THE art of forming threads from
wool, flax, cotton or other material, was practised in the most early
ages. In the sculptures of ancient Egypt are representations of females
spinning, who use the spindle and distaff in precisely the same manner as
represented in the illustrative print; and in the Bible record, frequent
allusion is made to this manual occupation, as one of the most excellent
of female qualifications. In Exodus xxxv.
26, the Jewish women
are extolled for their diligence and skill in spinning; and in that
beautiful book, the Proverbs xxxi. 13, a strong recommendation of a good
wife is that "she seeketh wool and flax, and worketh willingly with her
hands." It is the most natural expedient that could have been adopted for
the combination of fibres, and the primitive operation continues in
practice among the inhabitants of our Celtic countries, and in the rural
districts of the continental nations.
The Dealgan, or Spindle, the Whorl of the low country,
is a piece of hard wood, round, smooth, and tapering at one end to a small
point, the thicker end being downwards, which serves to give it sufficient
impetus to spin round. The whorl, or whirling part, is, however, often
composed of a circular bit of wood, sometimes even of bone or ivory,
through which the spindle is thrust, fixing it near the lower end. The
Fearsajd differs from the Dealgan in being formed like a slender cone of
such weight as to maintain a proper velocity.
The Cuigeil or Distaff, called Kogel by the Welsh, is
the staff, around the top of which is wrapped the material to be spun, and
it is kept upright at the side by being fixed in the string or belt,
fastened around the waist. This part is frequently carved, as the dirk
hilts are, with tracery, much similar to the implements used by the Indian
tribes, and they are preserved for generations. It appears that this part
of the simple apparatus was often held in the hand, and the spindle was
twirled on the ground, on which the women were seated, in the same manner
as children spin their tops; but by a simple noose which prevents the
thread from unwinding, the fearsaid, or spindle, can be suspended so that
the spinner may work while standing or walking, thus gaining a greater
length of thread. Having set it in motion by the fingers and thumb, or a
smart roll against the thigh, the fibres which have been attached to the
small end are twisted into thread of the requisite fineness, and the
spinner continues to draw off proportionate supplies until a convenient
length is obtained, when she winds it around the thicker part of the
spindle, repeating the operation and removing the balls of worsted or
thread until the task is completed. When the spindle was worked on the
ground and rapidly whirling, the spinner was enabled to make it wind up
the thread by bending it with the finger to right angles with the spindle,
and when it was thus wound up, the spinning was recommenced without
stopping, a process requiring the greatest dexterity.
The great, or one thread wheel, was the first
improvement on this tedious occupation. By this the spindle is worked
horizontally, the end, to which the thread is attached, projecting beyond
its frame. The wheel being driven quickly round, which gives great
velocity to the spindle; as it continues to revolve, the spinner goes
backwards, supplying the wool, which is not put on a distaff, but held in
the hand or affixed to the side; and when a sufficient line of thread is
formed, it is either wound up in the manner above described, or allowed to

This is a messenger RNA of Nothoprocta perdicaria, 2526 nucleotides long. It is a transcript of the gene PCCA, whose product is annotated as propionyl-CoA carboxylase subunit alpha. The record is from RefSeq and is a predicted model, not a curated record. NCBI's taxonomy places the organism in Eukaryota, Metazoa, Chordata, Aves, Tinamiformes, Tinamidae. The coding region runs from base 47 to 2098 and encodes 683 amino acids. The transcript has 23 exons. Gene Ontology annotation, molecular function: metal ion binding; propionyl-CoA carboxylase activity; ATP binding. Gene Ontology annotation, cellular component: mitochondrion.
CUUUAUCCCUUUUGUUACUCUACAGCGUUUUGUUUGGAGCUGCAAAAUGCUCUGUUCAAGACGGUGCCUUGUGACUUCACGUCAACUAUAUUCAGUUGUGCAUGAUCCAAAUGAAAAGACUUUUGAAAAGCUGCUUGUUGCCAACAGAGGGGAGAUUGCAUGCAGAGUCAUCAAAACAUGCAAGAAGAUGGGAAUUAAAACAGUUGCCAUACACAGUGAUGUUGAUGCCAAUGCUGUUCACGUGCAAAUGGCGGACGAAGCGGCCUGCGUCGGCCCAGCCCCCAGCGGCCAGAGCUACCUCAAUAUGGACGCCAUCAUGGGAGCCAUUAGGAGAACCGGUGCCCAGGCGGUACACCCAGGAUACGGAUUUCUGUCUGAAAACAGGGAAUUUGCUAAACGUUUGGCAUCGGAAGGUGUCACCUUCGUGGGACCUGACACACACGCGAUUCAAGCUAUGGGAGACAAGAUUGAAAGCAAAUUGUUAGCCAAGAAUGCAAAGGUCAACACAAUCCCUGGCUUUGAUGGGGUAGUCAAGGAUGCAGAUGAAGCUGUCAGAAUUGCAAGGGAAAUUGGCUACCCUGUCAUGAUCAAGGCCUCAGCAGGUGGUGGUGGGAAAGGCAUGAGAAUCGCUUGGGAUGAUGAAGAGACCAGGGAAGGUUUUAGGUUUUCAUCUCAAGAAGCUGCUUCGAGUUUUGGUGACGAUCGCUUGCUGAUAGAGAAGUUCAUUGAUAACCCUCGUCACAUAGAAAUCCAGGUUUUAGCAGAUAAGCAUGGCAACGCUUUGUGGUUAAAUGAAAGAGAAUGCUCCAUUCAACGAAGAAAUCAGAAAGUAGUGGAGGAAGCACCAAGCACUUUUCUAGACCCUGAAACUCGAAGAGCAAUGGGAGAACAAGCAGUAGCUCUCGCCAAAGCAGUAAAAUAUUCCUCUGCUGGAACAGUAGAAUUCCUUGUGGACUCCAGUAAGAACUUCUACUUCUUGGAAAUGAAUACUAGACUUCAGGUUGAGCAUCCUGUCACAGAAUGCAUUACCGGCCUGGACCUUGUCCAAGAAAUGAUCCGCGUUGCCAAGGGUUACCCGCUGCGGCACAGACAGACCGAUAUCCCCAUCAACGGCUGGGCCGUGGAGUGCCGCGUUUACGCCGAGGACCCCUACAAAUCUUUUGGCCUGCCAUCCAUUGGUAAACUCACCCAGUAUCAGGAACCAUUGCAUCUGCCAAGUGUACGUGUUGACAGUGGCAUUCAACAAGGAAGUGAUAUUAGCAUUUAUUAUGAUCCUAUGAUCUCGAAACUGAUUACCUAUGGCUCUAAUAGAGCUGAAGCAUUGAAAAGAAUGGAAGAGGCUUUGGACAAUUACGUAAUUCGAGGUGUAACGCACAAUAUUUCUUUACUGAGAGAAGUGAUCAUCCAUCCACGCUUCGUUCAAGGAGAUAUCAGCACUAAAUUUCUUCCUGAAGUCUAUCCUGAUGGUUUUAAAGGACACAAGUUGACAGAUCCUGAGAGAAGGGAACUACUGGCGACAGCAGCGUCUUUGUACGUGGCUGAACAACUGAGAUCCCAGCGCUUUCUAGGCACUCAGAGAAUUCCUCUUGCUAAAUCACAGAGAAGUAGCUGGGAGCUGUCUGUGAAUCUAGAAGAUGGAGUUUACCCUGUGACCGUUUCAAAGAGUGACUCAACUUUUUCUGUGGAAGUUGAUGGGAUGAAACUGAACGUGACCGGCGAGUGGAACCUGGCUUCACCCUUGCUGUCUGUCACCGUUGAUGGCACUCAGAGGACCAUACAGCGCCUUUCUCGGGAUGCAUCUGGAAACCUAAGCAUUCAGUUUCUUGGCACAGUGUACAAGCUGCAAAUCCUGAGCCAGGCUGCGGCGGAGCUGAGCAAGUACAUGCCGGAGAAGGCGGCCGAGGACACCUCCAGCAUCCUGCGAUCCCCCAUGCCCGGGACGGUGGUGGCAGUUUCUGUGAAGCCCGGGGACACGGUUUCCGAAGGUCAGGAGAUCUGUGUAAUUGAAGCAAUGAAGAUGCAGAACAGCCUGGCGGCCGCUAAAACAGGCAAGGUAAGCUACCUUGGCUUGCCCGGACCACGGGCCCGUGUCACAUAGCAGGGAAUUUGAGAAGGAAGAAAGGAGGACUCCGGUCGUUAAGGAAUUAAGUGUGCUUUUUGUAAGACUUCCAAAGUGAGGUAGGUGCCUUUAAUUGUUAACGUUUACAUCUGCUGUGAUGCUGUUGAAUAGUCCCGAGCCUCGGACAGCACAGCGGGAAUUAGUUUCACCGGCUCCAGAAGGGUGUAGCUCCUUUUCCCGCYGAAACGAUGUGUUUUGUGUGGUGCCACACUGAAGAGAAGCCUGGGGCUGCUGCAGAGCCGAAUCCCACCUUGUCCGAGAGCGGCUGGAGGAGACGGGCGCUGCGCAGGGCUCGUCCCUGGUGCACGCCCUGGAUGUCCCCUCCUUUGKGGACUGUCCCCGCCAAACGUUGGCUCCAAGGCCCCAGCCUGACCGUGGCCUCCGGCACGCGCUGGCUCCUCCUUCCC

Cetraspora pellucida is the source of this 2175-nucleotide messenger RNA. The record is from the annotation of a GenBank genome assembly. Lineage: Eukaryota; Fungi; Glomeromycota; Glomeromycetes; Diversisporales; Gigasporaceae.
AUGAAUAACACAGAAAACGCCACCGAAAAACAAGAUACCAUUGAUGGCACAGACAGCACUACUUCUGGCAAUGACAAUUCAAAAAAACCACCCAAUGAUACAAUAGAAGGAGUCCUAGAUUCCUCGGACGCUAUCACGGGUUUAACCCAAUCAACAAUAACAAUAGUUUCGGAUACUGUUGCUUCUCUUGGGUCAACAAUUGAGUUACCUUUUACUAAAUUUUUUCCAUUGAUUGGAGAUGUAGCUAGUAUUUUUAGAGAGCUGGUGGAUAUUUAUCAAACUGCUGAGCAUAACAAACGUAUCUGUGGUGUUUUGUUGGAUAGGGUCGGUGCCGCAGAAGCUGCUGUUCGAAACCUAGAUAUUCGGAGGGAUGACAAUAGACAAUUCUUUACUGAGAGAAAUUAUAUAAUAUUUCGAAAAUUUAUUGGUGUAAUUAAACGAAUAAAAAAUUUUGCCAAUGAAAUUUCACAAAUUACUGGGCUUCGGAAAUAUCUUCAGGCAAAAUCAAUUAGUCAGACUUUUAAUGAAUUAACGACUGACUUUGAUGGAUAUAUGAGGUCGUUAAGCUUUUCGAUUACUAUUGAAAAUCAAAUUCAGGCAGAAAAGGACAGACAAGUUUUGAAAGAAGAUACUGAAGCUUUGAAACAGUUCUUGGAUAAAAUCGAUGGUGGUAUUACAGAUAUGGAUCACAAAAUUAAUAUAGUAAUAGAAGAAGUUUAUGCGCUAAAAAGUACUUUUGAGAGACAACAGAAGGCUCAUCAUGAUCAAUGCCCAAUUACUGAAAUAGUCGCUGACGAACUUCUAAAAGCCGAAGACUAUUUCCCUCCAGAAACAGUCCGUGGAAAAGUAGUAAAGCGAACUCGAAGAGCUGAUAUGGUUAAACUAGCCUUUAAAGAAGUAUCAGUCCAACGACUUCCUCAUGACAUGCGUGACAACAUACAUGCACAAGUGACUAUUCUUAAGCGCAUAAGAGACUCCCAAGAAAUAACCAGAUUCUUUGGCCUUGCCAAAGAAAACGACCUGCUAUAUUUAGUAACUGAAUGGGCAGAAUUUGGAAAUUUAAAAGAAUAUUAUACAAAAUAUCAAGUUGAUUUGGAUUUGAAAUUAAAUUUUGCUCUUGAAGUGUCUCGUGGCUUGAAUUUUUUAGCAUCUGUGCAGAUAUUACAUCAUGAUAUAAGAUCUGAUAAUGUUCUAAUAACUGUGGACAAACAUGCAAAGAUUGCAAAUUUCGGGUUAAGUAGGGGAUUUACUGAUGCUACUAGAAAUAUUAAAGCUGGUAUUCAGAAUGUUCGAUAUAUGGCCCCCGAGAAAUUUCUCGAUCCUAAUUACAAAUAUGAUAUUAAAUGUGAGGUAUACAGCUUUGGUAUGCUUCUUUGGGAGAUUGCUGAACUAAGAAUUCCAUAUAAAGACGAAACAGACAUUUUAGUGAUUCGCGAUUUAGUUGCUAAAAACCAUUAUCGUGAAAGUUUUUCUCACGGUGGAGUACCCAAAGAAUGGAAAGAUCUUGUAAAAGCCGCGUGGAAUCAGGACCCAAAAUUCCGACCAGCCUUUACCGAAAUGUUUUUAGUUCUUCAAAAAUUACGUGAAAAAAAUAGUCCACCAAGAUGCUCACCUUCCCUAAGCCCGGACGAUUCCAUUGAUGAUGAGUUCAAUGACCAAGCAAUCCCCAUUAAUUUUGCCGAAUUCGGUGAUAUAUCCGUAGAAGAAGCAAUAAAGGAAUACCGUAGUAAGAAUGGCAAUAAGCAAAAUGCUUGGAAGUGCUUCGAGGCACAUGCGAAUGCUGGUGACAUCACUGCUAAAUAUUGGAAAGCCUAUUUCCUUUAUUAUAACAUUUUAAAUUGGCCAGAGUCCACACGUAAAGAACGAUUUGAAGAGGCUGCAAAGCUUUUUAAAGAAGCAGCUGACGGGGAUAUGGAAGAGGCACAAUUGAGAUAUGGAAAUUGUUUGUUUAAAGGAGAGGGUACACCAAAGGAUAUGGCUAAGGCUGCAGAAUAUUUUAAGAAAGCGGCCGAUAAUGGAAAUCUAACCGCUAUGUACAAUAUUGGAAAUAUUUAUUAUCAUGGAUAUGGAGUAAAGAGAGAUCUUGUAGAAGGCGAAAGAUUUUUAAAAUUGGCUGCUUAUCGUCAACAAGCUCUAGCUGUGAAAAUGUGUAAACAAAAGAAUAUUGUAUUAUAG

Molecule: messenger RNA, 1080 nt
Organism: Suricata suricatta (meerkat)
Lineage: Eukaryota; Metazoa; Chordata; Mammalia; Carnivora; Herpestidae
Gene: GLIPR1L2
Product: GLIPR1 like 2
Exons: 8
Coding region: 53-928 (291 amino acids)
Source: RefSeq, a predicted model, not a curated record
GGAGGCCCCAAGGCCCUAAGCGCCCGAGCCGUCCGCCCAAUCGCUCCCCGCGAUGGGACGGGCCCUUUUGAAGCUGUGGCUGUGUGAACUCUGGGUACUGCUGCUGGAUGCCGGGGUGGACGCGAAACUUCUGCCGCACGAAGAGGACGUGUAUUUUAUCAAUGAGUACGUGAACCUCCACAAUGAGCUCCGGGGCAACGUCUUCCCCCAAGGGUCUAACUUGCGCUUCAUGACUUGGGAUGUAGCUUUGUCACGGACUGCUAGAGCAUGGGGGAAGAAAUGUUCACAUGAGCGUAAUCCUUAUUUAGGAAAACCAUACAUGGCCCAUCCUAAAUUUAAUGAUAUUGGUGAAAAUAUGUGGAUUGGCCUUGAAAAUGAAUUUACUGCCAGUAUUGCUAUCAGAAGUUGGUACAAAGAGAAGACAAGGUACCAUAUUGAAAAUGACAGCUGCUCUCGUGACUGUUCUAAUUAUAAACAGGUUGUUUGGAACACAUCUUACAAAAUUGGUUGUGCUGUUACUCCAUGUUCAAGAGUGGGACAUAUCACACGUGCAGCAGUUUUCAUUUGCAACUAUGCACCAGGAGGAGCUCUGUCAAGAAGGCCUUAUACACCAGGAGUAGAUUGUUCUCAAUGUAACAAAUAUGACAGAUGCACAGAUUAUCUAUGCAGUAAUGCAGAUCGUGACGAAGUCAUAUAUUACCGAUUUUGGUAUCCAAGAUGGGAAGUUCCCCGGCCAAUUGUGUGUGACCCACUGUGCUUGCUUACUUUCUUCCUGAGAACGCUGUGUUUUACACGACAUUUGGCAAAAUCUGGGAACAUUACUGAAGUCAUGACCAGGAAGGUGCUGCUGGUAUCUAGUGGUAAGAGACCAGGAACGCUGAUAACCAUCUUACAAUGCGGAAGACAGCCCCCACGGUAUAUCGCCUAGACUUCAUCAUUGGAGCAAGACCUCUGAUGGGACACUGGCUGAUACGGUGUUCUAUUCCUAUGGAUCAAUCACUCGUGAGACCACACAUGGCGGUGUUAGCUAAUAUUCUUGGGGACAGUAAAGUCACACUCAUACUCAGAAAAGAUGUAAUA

wind itself up as the person slowly walks towards the wheel. Artless and
toilsome as these modes of spinning may appear, they require an attention
and dexterity which nothing but long and careful practice can produce.
The Saxon, or small wheel, for spinning linen thread,
common elsewhere for household use, is so little known in the Highlands,
that it is unnecessary to say more respecting it.
By these methods of spinning one thread only is formed,
and when two or more are to be united, so many balls are put in a basket
and wound into one as in the first operation, or an instrument is used for
the purpose, called Caitir-leasg, or Catti-suirig.
The simple reel on which the threads are wound
preparatory to making them into iornan or hanks, is represented in the
figure carding wool in Number III.
The picture was made from a sketch taken in Strathglàs,
Inverness-shire, a romantic glen near the baronial castle of the Chisholm.
The costume of these damsels is such as is commonly worn by Highland girls
in these days— rather modern, especially the cap. The short upper frock,
called in parts of the low country, a wrapper, is the Bedagoun of the Gaël,
a term derived, it is presumed, with the garment from the Saxon. The want
of stockings or shoes is no privation to the Highland fair sex, for in
going to church or elsewhere, when it is becoming to wear them, it is done
with reluctance, and in returning they will often be seen to sit down by
the way and denude themselves of such unpleasant restraint.
The cottage walls are formed partly of turf and stone,
a very usual mode of building, and the roof is thatched with straw. The
‘Hake’ on which the fish are hung, is a usual appendage to the cottager’s
house, except in the more inland parts, where from the want of conveyance,
that excellent food cannot readily be procured.
The horse-shoe is placed over the door to prevent the
effects of witchcraft or intrusion of the Sithichean, or fairies, who,
although they are called ‘the good people,’ no Highlander wishes in any
way to encounter. This potent preservative is also affixed to the masts of
boats and ships to save them from being wrecked by malevolent spirits; but
the superstition is not confined to the Gaël, it is prevalent among the
higher civilized English; and we have seen the talisman at the threshold
of more than one house, even in London.